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February 22, 2017

Upcoming Advancements Set to Further Improve Home Energy Efficiency

As one of Canada’s leading builders of green, energy-efficient homes – and one of Western Canada’s only net-zero home builders – we are very interested in new technologies and developments in the space.

We are quite excited by the pace of change. From solar power, to material design, to energy storage, the industries that play key roles in the advancement of green homes are all undergoing rapid development.

In this post we are going to highlight two important processes – energy generation via solar and heating/cooling efficiency – and some exciting innovations happening within each!

Solar Power: Getting More Efficient & Affordable Every Day

As the world phases out carbon-based fuels – a process that will take decades to complete – we turn to solar power as the ideal source of clean energy.

Every day, the Sun blankets the Earth in as much energy – in the form of heat and light – needed to power the entire Earth for a year. Our ability to capture and make use of this energy is improving dramatically.

Of course, solar power is not a new development; scientists, engineers, and researchers have been working to improve the technology over the last several decades.

A New Solar Cell Achieves Record Efficiency

In late-2016, Australian researcher Dr. Mark Keevers and his colleagues successfully developed a new solar cell configuration that improved sunlight-to-electricity efficiency. This improvement resulted in solar cells with 34.5% efficiency (compared to top-end averages of around 22%).

Solar is Becoming Price Competitive All Over the World

A valid criticism of solar energy has always been its cost per kilowatt hour. Compared to fossil fuels, solar energy has indeed been more expensive in the past. However, this is no longer the case in many parts of the world.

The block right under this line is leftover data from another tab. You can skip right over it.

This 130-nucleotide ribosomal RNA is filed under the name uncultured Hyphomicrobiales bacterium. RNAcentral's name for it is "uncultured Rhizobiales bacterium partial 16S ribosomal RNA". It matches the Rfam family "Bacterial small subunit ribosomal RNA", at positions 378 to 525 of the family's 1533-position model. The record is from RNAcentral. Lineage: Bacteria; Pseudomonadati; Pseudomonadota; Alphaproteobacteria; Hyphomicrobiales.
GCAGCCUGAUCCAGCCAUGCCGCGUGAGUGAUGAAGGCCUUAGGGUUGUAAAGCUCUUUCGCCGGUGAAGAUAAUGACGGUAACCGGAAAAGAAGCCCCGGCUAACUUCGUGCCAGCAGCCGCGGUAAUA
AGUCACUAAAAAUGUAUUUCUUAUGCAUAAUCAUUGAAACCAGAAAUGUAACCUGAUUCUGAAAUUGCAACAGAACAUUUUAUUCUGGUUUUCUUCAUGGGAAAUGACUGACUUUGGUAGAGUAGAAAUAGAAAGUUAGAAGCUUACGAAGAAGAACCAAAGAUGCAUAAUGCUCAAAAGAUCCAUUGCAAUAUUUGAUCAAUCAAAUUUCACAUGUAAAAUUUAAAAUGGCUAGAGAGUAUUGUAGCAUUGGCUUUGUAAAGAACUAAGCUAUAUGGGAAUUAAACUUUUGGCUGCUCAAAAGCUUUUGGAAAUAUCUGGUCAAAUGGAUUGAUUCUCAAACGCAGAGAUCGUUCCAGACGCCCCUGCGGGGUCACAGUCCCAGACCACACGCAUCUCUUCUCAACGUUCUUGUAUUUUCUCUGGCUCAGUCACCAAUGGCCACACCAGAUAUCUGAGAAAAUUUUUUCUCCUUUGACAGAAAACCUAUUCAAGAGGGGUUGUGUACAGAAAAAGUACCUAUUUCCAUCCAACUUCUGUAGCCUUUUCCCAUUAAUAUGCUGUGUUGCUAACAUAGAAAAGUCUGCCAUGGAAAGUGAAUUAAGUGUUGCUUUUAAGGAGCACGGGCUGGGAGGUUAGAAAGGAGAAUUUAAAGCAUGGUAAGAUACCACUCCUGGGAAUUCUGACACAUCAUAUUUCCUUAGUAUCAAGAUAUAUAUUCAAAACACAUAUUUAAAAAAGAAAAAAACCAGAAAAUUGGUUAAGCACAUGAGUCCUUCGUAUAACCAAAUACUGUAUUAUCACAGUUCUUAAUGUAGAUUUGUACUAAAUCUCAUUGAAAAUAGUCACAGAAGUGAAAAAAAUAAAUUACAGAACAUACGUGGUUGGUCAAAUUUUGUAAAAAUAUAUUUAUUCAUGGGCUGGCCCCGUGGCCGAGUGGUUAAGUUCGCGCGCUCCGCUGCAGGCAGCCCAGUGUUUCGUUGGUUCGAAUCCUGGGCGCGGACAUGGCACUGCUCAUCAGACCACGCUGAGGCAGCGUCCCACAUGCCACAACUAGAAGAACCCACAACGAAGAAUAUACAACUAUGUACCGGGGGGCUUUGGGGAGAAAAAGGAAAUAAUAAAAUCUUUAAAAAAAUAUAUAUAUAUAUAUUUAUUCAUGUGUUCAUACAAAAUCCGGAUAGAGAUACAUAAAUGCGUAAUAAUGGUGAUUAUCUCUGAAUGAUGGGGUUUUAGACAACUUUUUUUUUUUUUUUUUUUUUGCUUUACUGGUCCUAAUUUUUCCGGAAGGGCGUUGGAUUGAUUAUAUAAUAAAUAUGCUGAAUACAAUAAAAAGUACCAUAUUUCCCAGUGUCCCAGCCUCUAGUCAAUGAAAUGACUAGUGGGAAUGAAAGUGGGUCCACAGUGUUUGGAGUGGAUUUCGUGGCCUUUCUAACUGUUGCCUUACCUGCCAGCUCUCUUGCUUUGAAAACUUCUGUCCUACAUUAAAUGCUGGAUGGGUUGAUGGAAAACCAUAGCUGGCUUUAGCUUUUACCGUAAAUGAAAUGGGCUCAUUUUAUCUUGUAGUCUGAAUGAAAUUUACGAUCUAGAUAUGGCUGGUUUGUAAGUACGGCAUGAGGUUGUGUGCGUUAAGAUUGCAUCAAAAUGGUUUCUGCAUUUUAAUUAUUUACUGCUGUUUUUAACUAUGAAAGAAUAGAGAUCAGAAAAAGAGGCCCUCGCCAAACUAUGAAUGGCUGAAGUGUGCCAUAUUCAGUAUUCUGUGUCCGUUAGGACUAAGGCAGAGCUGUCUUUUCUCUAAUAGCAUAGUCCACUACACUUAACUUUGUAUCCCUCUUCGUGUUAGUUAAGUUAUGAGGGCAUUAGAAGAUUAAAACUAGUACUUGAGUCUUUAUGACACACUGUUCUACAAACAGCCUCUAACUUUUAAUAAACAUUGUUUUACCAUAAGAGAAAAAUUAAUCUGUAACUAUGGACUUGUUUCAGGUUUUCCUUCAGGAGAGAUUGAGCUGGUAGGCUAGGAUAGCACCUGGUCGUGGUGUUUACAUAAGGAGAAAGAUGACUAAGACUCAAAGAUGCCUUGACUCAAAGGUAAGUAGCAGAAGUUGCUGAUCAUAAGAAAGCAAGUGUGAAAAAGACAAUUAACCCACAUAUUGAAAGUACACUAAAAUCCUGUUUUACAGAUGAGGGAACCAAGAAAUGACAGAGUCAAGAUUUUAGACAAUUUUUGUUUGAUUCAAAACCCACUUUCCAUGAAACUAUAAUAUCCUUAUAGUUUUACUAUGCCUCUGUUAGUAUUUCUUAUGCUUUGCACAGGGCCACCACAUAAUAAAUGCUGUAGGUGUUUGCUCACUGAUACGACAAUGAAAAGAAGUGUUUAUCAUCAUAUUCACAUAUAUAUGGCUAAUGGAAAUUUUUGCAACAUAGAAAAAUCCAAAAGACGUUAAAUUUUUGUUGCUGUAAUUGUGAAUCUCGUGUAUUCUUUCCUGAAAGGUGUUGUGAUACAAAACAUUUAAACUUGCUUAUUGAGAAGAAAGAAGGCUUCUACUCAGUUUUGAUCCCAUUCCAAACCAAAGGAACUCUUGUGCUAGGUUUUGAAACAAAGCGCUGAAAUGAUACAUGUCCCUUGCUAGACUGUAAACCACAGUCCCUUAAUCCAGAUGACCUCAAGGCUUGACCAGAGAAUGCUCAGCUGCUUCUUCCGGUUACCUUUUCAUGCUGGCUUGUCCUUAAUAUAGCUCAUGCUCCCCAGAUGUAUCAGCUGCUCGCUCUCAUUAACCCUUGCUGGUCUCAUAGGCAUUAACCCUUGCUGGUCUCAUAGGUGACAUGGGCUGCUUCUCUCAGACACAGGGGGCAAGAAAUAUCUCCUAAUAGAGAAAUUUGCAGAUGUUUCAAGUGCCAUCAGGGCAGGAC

A December 2016 comparison of energy costs demonstrated that new solar configurations could cost less than coal and natural gas. 2017 and onward may be a tipping point in the $/MWh conversation when comparing renewables to fossil fuels.

Rooftop Solar Gets Better Looking & More Efficient

The aesthetic demands of rooftop solar can take away from the look of a home. However, Tesla’s new Solar Roof – unveiled last year – look like a normal shingle roof. They are offered in four different styles – tuscan, slate, textured, and smooth – and blend into the aesthetic of your home.

Rooftop solar is already quite efficient. In fact, our Belgravia Green home has generated more power than it’s consumed every year since 2014. Read more at the Edmonton Journal: Belgravia home has energy to spare: Local company leads push toward net-zero energy. Even as efficient as current setups are, the solar roof represents a significant evolution in solar’s appeal.

Soon, the Solar Roof (and other products like it) will make rooftop solar a no-brainer as new and improved versions further drive down price while improving efficiency and reliability.

Promising New Materials May Drive Down Home Heating & Cooling Costs

Part of what makes a building energy efficient is how well it retains and regulates heat. In a prior article (What is a Net-Zero Energy Home?) we talked about how insulation and windows influence efficiency, and the importance that insulation plays overall.

This importance can’t be overstated: innovations in insulation and building materials are a foundational component of boosting overall building efficiency.

Engineered Materials That Help Regulate Heat Without Using Power

In an article released on February 9, 2017, a team from the University of Colorado at Boulder demonstrated a newly-engineered metamaterial – a material with properties not found in nature – that can radiate heat without using power to do so.

Described in an article on Science Daily, the applications of this new material sound promising: homes that cool themselves without needing to expend energy via traditional HVAC systems. This material also has potential applications for solar panels and may improve panel longevity and efficiency.

Next-Generation Foam Insulation For Residential Use

Once you have a space heated or cooled, energy use switches from using energy to get to temperature to using energy to stay at temperature. Reducing heat transfer via insulation and building techniques can pay off big in terms of efficiency.

Many companies and researchers are working on the next-generation of insulation. Projects like this one continue to push the envelope of residential insulation.

The Pace of Change is Quickening!

With the green revolution now progressing with incredible momentum, we are constantly looking for ways to bring the latest innovations to our homes.